I also have a CD account in the Stanford International Bank in Antigua.
Please send me more information.

Wilfrido Martina

March 14, 2009 06:05 PM

Dear sir

I have invested my pensunfunds in CD

Thanks

Eve John

March 14, 2009 06:19 PM

Yes please, Mr Fedora, I would be so grateful if you would keep me in your information loop. yours Eve John

Barney Hallman

March 15, 2009 01:10 PM

There are over 140 of us that have lost our life savings in these CDs.
We have a discussion forum where we post the latest information, and work at developing and implementing our action plan to recover our lost investments.
If you are interested you can visit the forum at http://www.sibfraud.com/
There is no cost to become a member and participate.

Barney Hallman

March 15, 2009 02:09 PM

There are over 140 of us that have lost our life savings in these CDs.
We have a discussion forum where we post the latest information, and are developing and implementing our action plan to recover our lost investments.

If you are interested you can visit the forum at http://www.sibfraud.com/

There is no cost to become a member and participate.

Alexander Fundora

March 15, 2009 04:05 PM

If I can answer any questions feel free to contact me at Alfund@Gmail.com

Zelays Trust

March 15, 2009 05:54 PM

The US government has no jurisdiction in another sovereign nation's affairs. Thus, the scandal has only served to hurt us the investors and it will produce no real results for us, unless our monies are all invested within US territory, and that is only "maybe". In the meantime Stanford International Bank in Antigua and Barbuda is a chaos and no one is questioning where our money went. Please include us as part of a group of investors who should be doing something legally directly in these islands such as seizing Stanford's properties, which no one seems to be doing.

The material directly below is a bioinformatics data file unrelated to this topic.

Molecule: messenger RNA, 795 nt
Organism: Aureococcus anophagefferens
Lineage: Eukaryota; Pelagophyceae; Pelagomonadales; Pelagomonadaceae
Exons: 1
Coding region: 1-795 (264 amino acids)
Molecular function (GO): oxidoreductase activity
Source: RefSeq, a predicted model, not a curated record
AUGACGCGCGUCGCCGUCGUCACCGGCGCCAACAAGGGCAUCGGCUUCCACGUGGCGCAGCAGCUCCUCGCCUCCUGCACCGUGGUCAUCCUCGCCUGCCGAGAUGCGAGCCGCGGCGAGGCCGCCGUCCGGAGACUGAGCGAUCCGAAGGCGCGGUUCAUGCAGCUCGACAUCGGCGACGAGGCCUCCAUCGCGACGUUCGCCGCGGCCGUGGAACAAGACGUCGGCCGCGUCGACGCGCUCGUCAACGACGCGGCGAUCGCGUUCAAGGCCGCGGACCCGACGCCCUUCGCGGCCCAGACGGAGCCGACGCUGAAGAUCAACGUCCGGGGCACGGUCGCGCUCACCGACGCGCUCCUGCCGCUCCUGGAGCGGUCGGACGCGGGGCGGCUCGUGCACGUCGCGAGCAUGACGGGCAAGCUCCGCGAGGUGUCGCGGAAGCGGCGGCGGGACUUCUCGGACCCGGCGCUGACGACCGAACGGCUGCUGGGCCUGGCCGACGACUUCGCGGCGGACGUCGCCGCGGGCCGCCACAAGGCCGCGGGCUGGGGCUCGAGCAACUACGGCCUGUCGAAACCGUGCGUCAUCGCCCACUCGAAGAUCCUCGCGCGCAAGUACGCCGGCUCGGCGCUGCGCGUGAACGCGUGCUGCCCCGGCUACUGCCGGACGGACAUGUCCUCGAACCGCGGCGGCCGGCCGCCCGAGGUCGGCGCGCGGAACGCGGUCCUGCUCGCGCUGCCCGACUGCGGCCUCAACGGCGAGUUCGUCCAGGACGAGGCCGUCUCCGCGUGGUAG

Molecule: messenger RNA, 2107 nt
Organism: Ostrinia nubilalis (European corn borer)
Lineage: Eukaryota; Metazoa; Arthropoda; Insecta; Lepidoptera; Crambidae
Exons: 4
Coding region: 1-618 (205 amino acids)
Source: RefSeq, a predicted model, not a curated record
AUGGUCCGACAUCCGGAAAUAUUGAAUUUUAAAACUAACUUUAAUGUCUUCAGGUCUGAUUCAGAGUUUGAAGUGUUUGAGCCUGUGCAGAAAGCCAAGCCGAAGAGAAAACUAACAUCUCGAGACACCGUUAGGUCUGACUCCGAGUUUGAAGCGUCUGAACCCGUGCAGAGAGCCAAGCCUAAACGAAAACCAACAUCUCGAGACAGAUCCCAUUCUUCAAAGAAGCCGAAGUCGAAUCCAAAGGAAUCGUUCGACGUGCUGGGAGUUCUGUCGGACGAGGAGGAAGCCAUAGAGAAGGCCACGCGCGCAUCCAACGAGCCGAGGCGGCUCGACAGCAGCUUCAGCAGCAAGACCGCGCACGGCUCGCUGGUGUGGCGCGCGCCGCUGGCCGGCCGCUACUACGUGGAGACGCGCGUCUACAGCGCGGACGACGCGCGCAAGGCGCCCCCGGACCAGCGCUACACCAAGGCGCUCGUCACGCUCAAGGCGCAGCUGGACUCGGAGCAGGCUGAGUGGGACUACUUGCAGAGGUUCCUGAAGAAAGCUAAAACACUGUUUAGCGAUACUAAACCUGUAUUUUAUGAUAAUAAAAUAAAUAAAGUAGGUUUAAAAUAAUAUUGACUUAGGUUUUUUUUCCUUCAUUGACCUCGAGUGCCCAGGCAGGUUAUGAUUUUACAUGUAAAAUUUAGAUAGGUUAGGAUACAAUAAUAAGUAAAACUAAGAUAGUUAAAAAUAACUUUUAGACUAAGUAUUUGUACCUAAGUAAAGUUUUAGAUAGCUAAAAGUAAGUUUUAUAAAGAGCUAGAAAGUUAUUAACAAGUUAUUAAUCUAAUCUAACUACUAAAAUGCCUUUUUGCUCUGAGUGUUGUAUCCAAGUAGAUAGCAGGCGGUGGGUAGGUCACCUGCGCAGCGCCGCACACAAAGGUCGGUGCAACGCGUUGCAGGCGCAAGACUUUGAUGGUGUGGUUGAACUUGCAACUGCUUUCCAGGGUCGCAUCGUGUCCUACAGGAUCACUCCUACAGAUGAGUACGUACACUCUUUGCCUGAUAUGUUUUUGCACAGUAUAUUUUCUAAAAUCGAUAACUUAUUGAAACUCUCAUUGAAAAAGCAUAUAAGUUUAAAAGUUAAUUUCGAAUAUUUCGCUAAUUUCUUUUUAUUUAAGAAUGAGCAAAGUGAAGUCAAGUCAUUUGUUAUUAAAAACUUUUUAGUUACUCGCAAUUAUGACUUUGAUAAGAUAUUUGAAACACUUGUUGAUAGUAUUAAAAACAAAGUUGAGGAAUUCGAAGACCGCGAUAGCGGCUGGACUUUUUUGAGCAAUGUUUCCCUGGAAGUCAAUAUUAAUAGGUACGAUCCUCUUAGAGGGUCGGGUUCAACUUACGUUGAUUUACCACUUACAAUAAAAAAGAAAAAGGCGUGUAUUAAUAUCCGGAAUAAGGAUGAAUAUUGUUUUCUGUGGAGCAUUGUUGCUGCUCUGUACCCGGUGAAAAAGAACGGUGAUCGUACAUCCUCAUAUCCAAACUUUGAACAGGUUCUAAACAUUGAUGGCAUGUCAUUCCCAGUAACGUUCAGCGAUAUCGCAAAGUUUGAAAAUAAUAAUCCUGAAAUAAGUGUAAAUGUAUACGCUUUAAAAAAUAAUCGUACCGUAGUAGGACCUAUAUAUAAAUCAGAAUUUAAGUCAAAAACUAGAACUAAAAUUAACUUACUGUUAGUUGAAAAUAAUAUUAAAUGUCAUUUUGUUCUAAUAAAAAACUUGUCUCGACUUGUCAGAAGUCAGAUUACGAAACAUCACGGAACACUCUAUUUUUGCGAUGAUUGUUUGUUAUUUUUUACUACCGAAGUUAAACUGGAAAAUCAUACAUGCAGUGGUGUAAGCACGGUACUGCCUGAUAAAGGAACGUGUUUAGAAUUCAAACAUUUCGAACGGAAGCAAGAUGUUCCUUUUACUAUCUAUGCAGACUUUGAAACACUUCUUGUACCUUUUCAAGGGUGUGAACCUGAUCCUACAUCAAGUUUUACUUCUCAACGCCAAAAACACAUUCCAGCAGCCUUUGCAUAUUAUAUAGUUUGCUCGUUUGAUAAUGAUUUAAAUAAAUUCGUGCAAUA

David MacKenzie

March 16, 2009 03:53 PM

I'd be very interested to see how this pans out. As it stands, Vantis can simply look for funds to pay it self, and then declare SIB nonviable, essentially bankrupt. As with all bankruptcies the government is first in line...and of course the investors are last in line. Therefore the government is smiling all the way to the bank as much of Stanford's assets are already in in Antigua and indeed include what the Government of Antigua actually owes Stanford. Imagine the motivation of the the Government.

There is the misconception, fuelled somewhat by the press, that only drug cartels, gun-runners, money launderers and "South Americans" have their ill-gotten gains in SIB so who cares what these evil people lose. The depositors need to get organised to ensure that the powers that be don't pass this lie of as the gospel as they wont need much more than that as the smoke and mirrors required to capture the remaining assets of the Stanfor empire.

webmaster

March 19, 2009 10:55 PM

Check out the web site of The Stanford Victims Coalition. It has important info:
www.sibfraud.com

ramon valls

April 4, 2009 11:01 AM

I have a cd.would like to know where do i stand.Is there any posibility of recovering the funds

Thank you for your interest. This blog is no longer active.

 

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BusinessWeek's Adrienne Carter, Jessica Silver-Greenberg, and David Henry deconstruct the mysteries of high finance, Wall Street, and hedge funds for pros and ordinary investors. E-mail them directly if you've got tips about big deals, a hedge fund, or even securities industry gossip.